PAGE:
“She’s not really a boy, you know,” one of my son’s friends says at the fifth-grade lunch table, pointing to the laughing, popular boy at the next table. “Last year and the years before that, she was a girl.”
“My mom says she’s mentally ill,” another girl chimes in.
“Jack’s a trannie,” my son’s best friend says.
“He’s transgender,” my son interjects. “That means he’s really a boy — with a boy brain, in a girl’s body.”
“You don’t know anything,” the ringleader says. “You weren’t even here last year, when she was a girl.”
“Well, I know Jack. He’s my friend. He’s a boy. He’s transgender,” my son insists.
Here’s what they don’t know:
My son didn’t want to stay at the school where he transitioned. He wanted to go to a new school in the district. A place where people wouldn’t use his birth name or misgender him on purpose. He wanted to be stealth, or non-disclosing. The district cooperated, though they made their opinion clear: Keep him at the school where he has friends, support. It will be difficult. He’s entering midyear. He’ll have trouble adjusting. He may be outed at the new school anyway.
We let our son decide, and his choice was to switch schools.
After that recess discussion, my son didn’t make it through the rest of the day. He called me to come pick him up, too angry and depressed to concentrate on schoolwork. These were kids he considered friends. Kids he liked. Kids he’d thought would accept him if they knew.
“Mom, you said the school did a program last year where they talked to kids and parents about what transgender is when Jack transitioned. They were supposed to learn about it.”
I know, buddy. I know.
So we had a discussion about ignorance, and I told him a story about a homophobic teenager raised in a very Catholic home in the ’80s.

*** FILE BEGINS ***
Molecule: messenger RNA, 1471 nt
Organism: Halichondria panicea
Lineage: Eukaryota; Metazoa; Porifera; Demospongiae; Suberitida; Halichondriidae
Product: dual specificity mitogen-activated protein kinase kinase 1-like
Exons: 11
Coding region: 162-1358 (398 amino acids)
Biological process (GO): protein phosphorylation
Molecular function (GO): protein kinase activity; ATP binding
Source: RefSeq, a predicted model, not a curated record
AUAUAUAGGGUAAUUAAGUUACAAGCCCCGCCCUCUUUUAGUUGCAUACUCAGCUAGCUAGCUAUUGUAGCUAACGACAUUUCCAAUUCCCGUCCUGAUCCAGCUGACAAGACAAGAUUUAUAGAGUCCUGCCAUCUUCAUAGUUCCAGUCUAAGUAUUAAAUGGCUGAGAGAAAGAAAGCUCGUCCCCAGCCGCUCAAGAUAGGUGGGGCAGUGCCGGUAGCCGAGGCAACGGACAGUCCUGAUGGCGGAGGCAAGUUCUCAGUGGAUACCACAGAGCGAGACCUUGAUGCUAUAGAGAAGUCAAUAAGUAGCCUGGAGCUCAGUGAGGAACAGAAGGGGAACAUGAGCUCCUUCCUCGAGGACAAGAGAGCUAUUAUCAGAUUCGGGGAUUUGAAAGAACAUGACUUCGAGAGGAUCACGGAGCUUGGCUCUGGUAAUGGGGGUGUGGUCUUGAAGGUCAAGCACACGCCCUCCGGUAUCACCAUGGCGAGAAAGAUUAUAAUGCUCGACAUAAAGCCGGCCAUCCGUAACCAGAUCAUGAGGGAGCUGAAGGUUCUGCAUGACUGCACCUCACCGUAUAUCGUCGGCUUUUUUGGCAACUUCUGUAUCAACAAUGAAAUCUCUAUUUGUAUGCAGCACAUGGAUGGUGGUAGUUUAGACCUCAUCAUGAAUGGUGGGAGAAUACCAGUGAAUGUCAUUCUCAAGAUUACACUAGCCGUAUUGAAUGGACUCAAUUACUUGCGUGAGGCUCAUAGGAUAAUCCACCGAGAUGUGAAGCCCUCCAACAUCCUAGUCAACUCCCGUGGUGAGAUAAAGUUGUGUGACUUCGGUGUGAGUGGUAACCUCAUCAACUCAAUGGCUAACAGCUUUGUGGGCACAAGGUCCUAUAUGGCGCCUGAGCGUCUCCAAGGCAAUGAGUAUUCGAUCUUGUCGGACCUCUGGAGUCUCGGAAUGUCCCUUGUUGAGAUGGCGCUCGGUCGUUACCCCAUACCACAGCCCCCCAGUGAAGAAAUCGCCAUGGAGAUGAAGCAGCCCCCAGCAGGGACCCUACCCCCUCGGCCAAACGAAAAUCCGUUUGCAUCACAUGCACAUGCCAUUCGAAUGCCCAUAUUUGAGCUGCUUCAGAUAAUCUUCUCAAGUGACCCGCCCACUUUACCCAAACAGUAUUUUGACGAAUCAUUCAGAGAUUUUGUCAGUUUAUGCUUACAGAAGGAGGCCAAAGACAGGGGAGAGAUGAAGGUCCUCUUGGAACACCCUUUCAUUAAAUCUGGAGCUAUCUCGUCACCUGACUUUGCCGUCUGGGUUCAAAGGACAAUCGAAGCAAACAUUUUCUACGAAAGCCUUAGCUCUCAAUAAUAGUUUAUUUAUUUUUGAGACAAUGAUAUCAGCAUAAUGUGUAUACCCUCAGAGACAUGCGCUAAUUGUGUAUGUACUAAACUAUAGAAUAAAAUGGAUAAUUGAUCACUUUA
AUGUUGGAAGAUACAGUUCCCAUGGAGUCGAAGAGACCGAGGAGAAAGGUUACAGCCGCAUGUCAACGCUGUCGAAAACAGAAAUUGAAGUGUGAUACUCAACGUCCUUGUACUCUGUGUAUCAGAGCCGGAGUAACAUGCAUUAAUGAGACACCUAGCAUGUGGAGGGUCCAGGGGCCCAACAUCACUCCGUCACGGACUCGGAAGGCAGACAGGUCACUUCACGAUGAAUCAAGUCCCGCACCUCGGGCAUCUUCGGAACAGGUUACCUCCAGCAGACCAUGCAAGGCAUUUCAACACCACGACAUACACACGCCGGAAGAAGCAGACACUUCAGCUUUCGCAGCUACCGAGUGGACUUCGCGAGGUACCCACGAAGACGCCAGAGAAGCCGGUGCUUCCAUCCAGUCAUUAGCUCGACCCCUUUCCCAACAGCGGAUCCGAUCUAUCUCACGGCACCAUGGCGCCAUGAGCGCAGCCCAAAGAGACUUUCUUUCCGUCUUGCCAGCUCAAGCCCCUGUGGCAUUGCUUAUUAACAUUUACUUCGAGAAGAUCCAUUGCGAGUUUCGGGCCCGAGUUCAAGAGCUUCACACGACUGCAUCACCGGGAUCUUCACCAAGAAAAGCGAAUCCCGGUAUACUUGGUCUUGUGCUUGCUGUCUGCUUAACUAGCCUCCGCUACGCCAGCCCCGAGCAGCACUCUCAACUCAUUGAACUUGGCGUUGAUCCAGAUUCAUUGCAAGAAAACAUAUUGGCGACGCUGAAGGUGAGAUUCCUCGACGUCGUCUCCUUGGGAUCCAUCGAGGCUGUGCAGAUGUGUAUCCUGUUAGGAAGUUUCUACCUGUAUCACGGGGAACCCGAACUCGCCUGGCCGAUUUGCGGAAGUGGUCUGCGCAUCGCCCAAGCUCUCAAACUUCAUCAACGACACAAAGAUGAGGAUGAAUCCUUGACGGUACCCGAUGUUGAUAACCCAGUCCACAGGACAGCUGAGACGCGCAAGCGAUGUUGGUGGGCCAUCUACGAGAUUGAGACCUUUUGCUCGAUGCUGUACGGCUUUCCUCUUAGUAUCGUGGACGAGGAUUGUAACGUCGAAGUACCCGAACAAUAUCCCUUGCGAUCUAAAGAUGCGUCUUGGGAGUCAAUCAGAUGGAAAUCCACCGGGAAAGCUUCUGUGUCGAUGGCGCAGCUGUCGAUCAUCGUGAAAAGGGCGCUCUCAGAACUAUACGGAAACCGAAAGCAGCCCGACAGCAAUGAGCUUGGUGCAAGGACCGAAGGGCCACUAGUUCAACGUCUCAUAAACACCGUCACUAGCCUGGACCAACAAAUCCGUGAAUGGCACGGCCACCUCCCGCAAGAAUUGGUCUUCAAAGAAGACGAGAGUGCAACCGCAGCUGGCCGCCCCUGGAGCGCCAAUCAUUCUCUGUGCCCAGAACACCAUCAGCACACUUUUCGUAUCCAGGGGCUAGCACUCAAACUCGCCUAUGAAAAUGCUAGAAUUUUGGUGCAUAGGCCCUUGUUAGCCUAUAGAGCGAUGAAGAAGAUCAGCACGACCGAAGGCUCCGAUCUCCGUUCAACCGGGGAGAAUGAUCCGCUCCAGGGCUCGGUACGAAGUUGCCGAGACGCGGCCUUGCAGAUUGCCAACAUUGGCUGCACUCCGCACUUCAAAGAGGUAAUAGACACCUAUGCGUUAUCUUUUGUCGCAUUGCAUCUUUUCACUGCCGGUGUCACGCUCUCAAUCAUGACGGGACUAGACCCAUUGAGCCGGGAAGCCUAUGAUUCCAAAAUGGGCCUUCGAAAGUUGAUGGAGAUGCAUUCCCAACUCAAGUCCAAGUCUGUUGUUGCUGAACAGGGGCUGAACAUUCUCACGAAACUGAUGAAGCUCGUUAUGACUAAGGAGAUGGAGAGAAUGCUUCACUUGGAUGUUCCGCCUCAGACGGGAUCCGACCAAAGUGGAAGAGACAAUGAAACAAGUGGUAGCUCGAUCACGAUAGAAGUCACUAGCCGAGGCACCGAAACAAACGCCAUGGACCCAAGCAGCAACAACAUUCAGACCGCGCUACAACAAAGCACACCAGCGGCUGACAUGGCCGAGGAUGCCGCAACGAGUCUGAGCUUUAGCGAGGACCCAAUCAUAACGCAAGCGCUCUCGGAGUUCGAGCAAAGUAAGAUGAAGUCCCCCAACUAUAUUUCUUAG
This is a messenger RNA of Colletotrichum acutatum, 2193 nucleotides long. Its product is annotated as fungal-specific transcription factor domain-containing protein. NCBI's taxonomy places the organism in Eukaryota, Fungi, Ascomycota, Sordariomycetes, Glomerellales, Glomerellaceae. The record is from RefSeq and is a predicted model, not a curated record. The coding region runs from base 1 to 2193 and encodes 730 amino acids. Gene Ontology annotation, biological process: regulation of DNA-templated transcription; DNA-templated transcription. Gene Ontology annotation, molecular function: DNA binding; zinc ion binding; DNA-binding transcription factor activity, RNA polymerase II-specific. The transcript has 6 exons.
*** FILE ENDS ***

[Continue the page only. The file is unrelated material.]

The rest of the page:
“You were a homophobe? But you have a gay brother!” he yelped.
“Yeah, but I didn’t know that when I was 16 and my brother was a little kid. I was lucky. I had a coach in my life — my friend Ann. She was a college graduate, a great athlete, someone a hundred times more worldly and a thousand times more accepting than I was. She let me know in a gentle, kind, funny way that my ideas about gay people (changing in locker rooms with lesbians, scary!) were silly and prejudiced. If she had shamed me or mocked me or gotten angry with me, I might not have respected her viewpoint and opened my mind.”
“I wanted to tell them how I knew they were wrong,” my son said, staring down at his hands while we sat in the driveway with the car off.
I held my breath.
They’re not safe to tell. They’re not safe to tell. Please, please tell me you didn’t out yourself…
“But I didn’t. And then I felt disloyal to Jack.”
“I don’t think you were disloyal to your friend,” I told him. “You defended him. You did exactly right.”
“But it wasn’t enough.”
We live in a progressive state, in an affluent community with award-winning schools. The parents are left-leaning or at least socially liberal. But until we live in a world where a parent is as offended by their child using a transphobic slur like “trannie” as they would be if their child used a racist slur, it won’t be enough. Not nearly enough.
But here’s what will be:
That happy, well-adjusted kid, Jack, at the next table? He’s the one who shows his peers what being transgender really is. And so does my son, the places where he is out — in our neighborhood, at his dojo, with our families. And people like my friend and mentor Ann? There are so many advocates like Ann now that most high schools have a club for LGBTQIA+ kids and advocates called the Gay-Straight Alliance (GSA).
My generation’s ignorance and prejudice, even anti-LGBTQ religious dogma, doesn’t stand a chance against our children’s peers.